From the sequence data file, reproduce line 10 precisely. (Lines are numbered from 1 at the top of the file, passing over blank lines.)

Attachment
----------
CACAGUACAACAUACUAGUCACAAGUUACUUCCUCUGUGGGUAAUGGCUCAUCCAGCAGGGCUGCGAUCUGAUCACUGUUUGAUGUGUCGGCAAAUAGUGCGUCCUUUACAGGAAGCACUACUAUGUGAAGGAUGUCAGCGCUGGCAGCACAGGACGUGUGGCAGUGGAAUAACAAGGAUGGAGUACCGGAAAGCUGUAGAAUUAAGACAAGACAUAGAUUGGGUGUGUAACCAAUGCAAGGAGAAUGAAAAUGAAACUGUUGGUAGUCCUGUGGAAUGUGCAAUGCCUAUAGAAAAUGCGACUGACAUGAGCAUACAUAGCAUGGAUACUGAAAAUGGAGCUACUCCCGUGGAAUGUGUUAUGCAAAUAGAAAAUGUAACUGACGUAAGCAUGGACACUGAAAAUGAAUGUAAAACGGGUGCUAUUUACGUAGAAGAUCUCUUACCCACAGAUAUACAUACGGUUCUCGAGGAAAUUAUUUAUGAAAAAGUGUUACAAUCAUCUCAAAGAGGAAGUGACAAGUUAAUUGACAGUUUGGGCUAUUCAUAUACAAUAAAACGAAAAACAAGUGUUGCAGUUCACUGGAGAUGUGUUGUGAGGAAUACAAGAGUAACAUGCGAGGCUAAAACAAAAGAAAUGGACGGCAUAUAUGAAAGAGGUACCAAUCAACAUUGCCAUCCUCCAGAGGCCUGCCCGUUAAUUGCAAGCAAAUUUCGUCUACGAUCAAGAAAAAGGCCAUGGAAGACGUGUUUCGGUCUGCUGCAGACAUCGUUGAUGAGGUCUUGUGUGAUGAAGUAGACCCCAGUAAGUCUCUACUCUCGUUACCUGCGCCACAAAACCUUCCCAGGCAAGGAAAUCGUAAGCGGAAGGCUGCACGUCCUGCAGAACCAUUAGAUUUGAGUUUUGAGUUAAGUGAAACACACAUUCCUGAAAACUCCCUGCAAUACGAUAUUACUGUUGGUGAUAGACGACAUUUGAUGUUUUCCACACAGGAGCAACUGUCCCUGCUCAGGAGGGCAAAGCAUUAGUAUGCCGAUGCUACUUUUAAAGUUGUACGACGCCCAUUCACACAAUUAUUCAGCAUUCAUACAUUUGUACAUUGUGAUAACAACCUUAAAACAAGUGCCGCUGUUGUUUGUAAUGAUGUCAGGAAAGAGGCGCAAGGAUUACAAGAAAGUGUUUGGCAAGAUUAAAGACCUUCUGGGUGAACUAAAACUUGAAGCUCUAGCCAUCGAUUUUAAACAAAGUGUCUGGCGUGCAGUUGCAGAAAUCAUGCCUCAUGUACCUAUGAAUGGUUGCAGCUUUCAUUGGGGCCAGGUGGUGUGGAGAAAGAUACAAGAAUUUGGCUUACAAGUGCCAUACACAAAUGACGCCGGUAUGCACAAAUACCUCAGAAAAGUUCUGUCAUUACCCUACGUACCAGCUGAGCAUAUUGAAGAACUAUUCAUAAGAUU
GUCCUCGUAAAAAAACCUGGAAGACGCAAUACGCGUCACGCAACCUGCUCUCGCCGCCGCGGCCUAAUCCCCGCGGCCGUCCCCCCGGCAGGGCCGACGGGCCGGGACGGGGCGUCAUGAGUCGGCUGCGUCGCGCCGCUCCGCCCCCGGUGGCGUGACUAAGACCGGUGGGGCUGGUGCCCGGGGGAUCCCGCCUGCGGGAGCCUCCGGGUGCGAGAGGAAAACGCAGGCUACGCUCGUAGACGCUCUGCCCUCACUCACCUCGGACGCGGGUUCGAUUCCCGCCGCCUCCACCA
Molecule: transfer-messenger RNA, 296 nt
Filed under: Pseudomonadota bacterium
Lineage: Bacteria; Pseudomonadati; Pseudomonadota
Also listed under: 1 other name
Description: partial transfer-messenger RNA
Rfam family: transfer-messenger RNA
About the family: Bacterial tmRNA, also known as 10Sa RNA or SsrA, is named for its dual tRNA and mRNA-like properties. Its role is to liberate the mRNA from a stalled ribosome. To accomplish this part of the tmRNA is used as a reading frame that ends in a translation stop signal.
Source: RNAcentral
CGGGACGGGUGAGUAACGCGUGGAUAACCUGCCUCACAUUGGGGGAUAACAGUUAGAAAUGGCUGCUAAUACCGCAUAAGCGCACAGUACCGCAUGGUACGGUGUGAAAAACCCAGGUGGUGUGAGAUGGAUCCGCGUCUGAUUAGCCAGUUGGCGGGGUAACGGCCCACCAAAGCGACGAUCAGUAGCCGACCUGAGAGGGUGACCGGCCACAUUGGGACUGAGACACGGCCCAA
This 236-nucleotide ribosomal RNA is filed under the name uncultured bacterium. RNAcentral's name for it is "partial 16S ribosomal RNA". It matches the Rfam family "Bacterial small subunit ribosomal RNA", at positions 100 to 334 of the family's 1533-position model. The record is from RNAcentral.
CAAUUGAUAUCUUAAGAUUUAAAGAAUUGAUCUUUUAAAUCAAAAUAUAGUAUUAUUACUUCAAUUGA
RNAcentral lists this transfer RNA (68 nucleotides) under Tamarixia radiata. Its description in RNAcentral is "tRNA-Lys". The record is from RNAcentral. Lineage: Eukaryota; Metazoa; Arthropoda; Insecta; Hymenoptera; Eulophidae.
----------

Source: RNAcentral